Azo compounds are compounds bearing the functional group R-N=N-R', in which R and R' can be either aryl or alkyl. IUPAC defines azo compounds as: "Derivatives of diazene (diimide), HN=NH, wherein both hydrogens are substituted by hydrocarbyl groups, e.g. PhN=NPh azobenzene or diphenyldiazene." The more stable derivatives contain two aryl groups. The N=N group is called an azo group. The name azo comes from azote, the French name for nitrogen that is derived from the Greek a (not) + zoe (to live).
As dyes and pigments
As a consequence of п-delocalization, aryl azo compounds have vivid colors, especially reds, oranges, and yellows. Therefore, they are used as dyes, and are commonly known as azo dyes, an example of which is Disperse Orange 1. Some azo compounds, e.g., methyl orange, are used as acid-base indicators due to the different colors of their acid and salt forms. Most DVD-R/+R and some CD-R discs use blue azo dye as the recording layer. The development of azo dyes was an important step in the development of the chemical industry.
Azo pigments are colorless particles (typically earths or clays), which have been colored using an azo compound. Azo pigments are important in a variety of paints including artist's paints. They have excellent coloring properties, again mainly in the yellow to red range, as well as lightfastness. The lightfastness depends not only on the properties of the organic azo compound, but also on the way they have been absorbed on the pigment carrier. Many azo pigments are non-toxic, although some, such as dinitroaniline orange, ortho-nitroaniline orange, or pigment orange 1, 2, and 5 have been found to be mutagenic. Likewise, several case studies have linked azo pigments with basal cell carcinoma.
Aryl azo compounds
Aryl azo compounds are usually stable, crystalline species. Azobenzene is the prototypical aromatic azo compound. It exists mainly as the trans isomer, but upon photolysis, converts to the cis isomer. Aromatic azo compounds can be synthesized by using an azo coupling reaction, which entails an electrophilic substitution reaction where an aryl diazonium cation is attacked by another aryl ring, especially those substituted with electron-donating groups. Since diazonium salts are often unstable near room temperature, the azo coupling reactions are typically conducted near ice temperatures. The oxidation of hydrazines (R-NH-NH-R') also gives azo compounds. Azo dyes derived from benzidine are carcinogens; exposure to them has classically been associated with bladder cancer. Accordingly, the production of benzidine azo dyes was discontinued in the 1980s "in the most important western industrialized countries".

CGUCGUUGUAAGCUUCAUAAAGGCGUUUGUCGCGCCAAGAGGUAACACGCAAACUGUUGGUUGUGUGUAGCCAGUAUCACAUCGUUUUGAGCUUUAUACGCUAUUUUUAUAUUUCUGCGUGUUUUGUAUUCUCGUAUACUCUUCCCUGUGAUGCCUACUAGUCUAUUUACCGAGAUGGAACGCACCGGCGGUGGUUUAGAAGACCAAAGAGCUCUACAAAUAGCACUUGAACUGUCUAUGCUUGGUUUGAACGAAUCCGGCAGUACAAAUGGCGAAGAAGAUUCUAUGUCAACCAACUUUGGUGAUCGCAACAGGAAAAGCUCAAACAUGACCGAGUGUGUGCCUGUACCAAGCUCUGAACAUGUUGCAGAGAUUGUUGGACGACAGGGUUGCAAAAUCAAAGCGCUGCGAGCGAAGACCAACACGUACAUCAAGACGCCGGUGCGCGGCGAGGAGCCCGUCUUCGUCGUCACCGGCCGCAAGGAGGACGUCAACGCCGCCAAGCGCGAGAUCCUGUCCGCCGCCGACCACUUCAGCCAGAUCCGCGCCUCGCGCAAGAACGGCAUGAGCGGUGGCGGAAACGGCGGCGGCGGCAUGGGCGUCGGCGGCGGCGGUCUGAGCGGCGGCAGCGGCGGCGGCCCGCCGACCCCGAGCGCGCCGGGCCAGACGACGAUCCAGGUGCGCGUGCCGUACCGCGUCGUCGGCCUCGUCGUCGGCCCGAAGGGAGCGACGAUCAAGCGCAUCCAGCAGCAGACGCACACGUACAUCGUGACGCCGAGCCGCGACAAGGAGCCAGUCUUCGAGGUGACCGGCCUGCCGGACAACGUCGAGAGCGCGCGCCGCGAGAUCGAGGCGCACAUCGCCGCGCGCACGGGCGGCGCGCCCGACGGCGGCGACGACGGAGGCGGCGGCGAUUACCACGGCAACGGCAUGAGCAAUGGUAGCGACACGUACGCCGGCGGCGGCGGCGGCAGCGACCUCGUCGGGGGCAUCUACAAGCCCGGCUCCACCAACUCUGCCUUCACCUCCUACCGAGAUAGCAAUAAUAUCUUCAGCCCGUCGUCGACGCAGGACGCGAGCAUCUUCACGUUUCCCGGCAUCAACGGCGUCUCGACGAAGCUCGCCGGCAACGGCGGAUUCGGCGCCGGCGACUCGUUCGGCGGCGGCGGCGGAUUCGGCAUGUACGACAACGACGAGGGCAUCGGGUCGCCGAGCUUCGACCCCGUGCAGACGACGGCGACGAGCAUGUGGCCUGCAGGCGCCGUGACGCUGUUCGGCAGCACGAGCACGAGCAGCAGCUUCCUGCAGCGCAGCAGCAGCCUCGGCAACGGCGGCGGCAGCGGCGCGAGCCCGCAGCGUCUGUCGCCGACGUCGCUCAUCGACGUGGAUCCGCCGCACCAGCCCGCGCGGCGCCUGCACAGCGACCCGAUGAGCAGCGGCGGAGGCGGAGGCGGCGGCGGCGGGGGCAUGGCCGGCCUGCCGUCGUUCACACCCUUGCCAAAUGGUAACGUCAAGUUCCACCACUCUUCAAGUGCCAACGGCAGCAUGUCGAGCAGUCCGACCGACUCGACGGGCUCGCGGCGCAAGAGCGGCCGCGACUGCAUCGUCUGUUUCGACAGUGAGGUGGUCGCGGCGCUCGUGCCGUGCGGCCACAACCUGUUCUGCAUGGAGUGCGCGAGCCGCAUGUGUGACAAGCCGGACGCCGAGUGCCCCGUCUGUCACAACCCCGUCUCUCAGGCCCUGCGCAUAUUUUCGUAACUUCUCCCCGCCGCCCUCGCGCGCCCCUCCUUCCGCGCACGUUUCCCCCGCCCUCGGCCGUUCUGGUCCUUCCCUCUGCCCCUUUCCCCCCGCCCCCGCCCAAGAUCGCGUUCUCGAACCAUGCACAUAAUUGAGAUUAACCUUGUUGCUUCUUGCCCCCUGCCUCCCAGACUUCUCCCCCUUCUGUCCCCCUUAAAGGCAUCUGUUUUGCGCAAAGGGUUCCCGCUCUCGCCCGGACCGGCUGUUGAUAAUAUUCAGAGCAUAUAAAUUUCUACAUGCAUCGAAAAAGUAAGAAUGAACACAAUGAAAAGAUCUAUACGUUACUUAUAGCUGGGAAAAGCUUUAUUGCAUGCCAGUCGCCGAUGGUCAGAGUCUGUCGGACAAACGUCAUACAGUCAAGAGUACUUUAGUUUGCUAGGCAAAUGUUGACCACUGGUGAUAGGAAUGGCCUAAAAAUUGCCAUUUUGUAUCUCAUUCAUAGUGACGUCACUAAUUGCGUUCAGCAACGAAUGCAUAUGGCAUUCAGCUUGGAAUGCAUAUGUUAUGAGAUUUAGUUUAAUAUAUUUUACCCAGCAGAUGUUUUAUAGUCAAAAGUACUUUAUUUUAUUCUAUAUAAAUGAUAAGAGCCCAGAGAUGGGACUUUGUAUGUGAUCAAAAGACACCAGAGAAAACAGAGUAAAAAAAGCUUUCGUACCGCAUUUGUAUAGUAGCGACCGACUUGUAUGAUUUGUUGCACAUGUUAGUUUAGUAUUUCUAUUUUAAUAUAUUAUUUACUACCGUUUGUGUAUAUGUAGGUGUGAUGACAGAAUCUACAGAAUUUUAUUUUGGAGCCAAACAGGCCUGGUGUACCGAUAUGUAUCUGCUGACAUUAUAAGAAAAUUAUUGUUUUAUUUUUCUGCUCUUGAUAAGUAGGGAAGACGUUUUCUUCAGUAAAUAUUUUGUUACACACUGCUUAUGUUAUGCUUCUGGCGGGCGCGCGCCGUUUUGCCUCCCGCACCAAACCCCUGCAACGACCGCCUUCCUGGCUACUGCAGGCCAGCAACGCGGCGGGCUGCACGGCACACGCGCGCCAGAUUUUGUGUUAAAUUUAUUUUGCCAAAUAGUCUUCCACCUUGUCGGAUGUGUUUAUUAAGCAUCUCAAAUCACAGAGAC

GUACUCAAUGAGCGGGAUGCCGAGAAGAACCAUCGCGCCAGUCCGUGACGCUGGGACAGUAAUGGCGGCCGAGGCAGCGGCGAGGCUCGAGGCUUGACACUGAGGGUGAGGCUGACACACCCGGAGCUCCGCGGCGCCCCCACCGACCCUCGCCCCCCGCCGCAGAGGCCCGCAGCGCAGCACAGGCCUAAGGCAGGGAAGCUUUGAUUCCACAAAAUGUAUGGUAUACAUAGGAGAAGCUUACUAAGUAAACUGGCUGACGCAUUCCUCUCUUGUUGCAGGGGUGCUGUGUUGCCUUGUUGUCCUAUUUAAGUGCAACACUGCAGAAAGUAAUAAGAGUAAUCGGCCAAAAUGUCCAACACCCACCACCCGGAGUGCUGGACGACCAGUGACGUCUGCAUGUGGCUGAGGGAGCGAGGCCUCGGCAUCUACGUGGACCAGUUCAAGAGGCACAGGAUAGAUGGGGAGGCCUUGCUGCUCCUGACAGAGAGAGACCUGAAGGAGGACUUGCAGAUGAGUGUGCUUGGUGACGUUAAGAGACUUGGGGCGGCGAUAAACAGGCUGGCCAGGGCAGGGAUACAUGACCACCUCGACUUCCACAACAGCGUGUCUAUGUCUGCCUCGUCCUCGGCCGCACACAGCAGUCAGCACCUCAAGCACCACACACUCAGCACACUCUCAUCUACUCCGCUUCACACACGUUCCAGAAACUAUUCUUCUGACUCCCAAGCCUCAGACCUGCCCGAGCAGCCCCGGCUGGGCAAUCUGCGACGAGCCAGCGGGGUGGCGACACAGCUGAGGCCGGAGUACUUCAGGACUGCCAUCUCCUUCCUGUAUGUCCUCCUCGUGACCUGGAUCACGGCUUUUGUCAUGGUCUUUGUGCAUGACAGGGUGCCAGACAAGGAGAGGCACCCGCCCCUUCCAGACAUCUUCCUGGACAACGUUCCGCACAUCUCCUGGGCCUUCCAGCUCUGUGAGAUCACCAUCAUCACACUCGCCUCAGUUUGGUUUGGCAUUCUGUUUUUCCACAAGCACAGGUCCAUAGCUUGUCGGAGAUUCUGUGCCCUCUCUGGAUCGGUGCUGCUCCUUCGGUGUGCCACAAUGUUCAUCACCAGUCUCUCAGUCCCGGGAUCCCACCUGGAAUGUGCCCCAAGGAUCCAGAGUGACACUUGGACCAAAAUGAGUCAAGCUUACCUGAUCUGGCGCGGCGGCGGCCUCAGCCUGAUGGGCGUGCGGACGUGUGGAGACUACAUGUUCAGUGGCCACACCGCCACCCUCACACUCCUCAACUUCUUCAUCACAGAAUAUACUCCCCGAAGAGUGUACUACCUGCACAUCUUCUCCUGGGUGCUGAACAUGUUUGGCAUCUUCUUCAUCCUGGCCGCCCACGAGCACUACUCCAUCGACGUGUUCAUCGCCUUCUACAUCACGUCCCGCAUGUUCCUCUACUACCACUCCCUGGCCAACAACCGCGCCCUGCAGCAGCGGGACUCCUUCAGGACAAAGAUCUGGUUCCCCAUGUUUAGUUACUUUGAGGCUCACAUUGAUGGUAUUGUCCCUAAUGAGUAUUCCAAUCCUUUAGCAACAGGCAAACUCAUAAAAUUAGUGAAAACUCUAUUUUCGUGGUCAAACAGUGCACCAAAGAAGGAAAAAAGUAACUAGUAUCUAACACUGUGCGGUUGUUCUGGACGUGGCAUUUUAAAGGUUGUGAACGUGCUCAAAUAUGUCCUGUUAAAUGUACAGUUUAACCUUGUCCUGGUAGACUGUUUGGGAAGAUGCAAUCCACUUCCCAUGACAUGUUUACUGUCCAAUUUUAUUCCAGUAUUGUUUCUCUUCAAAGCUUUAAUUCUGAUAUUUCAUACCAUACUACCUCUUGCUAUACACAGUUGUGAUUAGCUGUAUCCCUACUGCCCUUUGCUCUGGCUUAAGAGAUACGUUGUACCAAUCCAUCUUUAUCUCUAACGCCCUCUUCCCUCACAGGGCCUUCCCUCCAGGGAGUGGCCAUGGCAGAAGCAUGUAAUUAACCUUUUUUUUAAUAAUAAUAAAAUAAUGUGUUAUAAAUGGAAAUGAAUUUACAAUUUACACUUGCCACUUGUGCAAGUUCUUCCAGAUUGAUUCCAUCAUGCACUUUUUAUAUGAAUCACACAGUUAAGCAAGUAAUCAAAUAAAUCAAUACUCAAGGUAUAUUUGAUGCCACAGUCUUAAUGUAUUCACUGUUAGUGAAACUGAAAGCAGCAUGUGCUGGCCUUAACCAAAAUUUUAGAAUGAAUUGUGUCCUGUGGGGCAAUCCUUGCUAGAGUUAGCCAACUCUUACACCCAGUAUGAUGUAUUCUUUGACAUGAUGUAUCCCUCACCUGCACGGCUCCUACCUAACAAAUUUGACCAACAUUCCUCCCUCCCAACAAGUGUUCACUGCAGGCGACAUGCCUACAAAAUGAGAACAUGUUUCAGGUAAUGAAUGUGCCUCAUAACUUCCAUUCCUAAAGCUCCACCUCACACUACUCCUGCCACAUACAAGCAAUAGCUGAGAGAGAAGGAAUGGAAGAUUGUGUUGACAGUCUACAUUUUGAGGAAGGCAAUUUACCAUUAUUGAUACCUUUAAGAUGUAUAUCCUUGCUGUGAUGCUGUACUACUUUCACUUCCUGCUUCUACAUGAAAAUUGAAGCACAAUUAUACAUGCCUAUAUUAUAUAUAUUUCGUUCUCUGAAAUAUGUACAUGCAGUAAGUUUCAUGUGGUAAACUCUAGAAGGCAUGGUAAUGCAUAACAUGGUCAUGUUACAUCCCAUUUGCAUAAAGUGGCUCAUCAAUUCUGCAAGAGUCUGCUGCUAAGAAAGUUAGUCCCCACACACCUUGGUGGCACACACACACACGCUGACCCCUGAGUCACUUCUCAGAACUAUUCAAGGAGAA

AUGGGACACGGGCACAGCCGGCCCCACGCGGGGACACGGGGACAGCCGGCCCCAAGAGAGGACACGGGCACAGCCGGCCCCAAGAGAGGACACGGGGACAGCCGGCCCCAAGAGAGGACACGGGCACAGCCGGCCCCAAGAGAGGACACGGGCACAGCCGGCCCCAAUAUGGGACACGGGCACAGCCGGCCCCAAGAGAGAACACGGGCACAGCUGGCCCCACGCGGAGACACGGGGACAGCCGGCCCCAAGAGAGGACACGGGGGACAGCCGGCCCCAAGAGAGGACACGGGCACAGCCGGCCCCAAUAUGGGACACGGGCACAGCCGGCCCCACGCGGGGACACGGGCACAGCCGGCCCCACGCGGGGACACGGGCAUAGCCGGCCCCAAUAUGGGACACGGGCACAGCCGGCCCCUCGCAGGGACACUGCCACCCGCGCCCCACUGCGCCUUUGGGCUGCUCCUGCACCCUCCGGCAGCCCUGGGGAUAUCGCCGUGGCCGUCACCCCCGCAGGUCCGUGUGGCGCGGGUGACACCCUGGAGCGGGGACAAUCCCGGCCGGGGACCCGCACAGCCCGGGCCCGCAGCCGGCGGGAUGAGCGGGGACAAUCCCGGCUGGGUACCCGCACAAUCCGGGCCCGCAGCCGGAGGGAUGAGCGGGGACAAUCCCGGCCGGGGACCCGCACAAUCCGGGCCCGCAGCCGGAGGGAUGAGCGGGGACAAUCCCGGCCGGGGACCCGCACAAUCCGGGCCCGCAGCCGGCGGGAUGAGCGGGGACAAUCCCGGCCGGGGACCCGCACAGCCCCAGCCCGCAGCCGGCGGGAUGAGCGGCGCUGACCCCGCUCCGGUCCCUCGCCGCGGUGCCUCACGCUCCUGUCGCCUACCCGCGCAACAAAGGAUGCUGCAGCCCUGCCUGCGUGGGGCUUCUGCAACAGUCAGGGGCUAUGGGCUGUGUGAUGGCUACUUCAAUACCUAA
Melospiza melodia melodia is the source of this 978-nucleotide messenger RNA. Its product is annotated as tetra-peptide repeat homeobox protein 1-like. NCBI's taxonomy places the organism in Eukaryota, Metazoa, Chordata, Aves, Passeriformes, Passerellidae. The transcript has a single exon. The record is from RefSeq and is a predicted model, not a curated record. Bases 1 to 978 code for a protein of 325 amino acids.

Alkyl azo compounds
Aliphatic azo compounds (R and/or R' = aliphatic) are less commonly encountered than the aryl azo compounds. One example is diethyldiazene, EtN=NEt. At elevated temperatures or upon irradiation, the carbon-nitrogen (C-N) bonds in certain alkyl azo compounds cleave with the loss of nitrogen gas to generate radicals. Owing to this process, some aliphatic azo compounds are utilized as radical initiators. Because of their instability, aliphatic azo compounds pose the risk of explosion.
A commercially important alkyl azo compound is azobisisobutyronitrile (AIBN) which is widely used as an initiator in polymerization. It achieves this initiation by decomposition, eliminating a molecule of nitrogen gas to form two 2-cyanoprop-2-yl radicals:
These radicals can be initiate free radical polymerizations and other radical-induced reactions. For instance a mixture of styrene and maleic anhydride in toluene will react if heated, forming the copolymer upon addition of AIBN. AIBN is produced by converting acetone cyanohydrin to the hydrazine derivative followed by oxidation:
- 2 (CH3)2C(CN)OH + N2H4 → [(CH3)2C(CN)]2N2H2 + 2 H2O
- [(CH3)2C(CN)]2N2H2 + Cl2 → [(CH3)2C(CN)]2N2 + 2 HCl
Certain azo dyes can break down under reductive conditions to release any of a group of defined aromatic amines. Consumer goods which contain listed aromatic amines originating from azo dyes were prohibited from manufacture and sale in European Union countries in September 2003. As only a small number of dyes contained an equally small number of amines, relatively few products were affected.
- IUPAC, Compendium of Chemical Terminology, 2nd ed. (the "Gold Book") (1997). Online corrected version: (2009) "azo compounds".
- European Ban on Certain Azo Dyes, Dr. A. Püntener and Dr. C. Page, Quality and Environment, TFL
- Tucson University. "Health & Safety in the Arts, A Searchable Database of Health & Safety Information for Artists". Tucson University Studies.
- Eva Engel, Heidi Ulrich, Rudolf Vasold, Burkhard König, Michael Landthaler, Rudolf Süttinger, Wolfgang Bäumler (2008). "Azo Pigments and a Basal Cell Carcinoma at the Thumb". Dermatology 216 (1): 76–80. doi:10.1159/000109363. PMID 18032904.
- H. T. Clarke and W. R. Kirner (1941), Methyl Red, Org. Synth.; Coll. Vol. 1: 374
- March, J. “Advanced Organic Chemistry” 5th Ed. J. Wiley and Sons, 1992: New York. ISBN 0-471-60180-2.
- Golka K, Kopps S, Myslak ZW (June 2004). "Carcinogenicity of azo colorants: influence of solubility and bioavailability". Toxicology Letters 151 (1): 203–10. doi:10.1016/j.toxlet.2003.11.016. PMID 15177655. Review.
- Klaus Hunger, Peter Mischke, Wolfgang Rieper, Roderich Raue, Klaus Kunde, Aloys Engel "Azo Dyes” in Ullmann’s Encyclopedia of Industrial Chemistry, 2005, Wiley-VCH, Weinheim.doi:10.1002/14356007.a03_245.
- Ohme, R.; Preuschhof, H.; Heyne, H.-U. (1988), Azoethane, Org. Synth.; Coll. Vol. 6: 78
- Jean-Pierre Schirmann, Paul Bourdauducq "Hydrazine" in Ullmann's Encyclopedia of Industrial Chemistry, Wiley-VCH, Weinheim, 2002. doi:10.1002/14356007.a13_177.